ECONOMY

EU-Med. basin textile-clothing partnership project launched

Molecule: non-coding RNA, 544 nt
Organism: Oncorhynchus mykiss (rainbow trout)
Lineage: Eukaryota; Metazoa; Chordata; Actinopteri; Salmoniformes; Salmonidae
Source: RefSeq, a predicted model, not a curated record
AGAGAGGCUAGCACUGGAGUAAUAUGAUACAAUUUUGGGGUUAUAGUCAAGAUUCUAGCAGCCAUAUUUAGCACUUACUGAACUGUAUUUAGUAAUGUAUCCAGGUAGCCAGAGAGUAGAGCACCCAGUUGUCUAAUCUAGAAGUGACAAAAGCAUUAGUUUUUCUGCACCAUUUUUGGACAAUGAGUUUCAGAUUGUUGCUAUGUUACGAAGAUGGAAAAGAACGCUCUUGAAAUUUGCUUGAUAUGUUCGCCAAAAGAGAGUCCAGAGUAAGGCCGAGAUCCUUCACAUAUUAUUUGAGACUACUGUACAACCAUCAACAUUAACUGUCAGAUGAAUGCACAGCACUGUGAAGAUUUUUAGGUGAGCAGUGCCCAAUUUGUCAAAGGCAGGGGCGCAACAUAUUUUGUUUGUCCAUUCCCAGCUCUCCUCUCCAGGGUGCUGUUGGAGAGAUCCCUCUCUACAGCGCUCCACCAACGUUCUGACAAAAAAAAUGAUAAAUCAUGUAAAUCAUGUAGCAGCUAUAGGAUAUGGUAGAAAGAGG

Following a meeting in Tunis on January 19 and 20, representatives of the 10 Mediterranean partnership countries (Algeria, Cyprus, Egypt, Jordan, Morocco, Syria, Tunisia, Germany, France and Greece) decided to launch the E-MED TEX-NET project, aimed at reinforcing partnership relationships between different parties in the textile-clothing industry in the EU and the Mediterranean region. With financial backing from the European Commission under the Eumedis program, the E-MED TEX-NET project aims to be an ambitious instrument for development around the Mediterranean basin and a good way to deal with international competition. The stakes are high: With global production of 141 billion euros, including exports worth 60 billion euros, and 6 million jobs, textiles and clothing constitutes a key sector in the socioeconomic balance of the EU-Mediterranean area and the biggest industrial employer in the region. The E-MED TEX-NET project, spearheaded by the Chamber of Commerce and Industry in Paris, draws on new information technology to improve the global competitiveness of companies and to connect them to an online network. Once the project is up and running in mid-2004, industrial and commercial companies in all the countries of the EU and the Mediterranean will have online access to new ways of: Investigating markets, competitors, commercial legislation, technological innovations, etc; Communicating online and carrying out all sort of commercial transactions online; Measuring their industrial and commercial performance and improving profitability; Improving the abilities and the qualifications of staff in all disciplines from clothes-making to quality control, marketing and management. Organized through an Internet portal, the system should also offer a wide range of expertise and assistance to companies. Eventually, a network of interconnected companies will be established which will constitute a center of excellence in the European and Mediterranean region to respond to the challenge of market globalization. With a few exceptions (particularly Turkey and Tunisia), the Mediterranean countries are not very well prepared for the challenges ahead. In the medium term (2005), they will face the end of the Textile-Clothing Agreement (TCA) and the reduction in customs duties envisaged under the WTO. In the longer term (mainly after 2010), the Euro-Mediterranean free trade area will come into being. The absence of correlation between these two timetables presents a problem, but the European Commission believes that this can be overcome with financial and technical assistance. (European Report)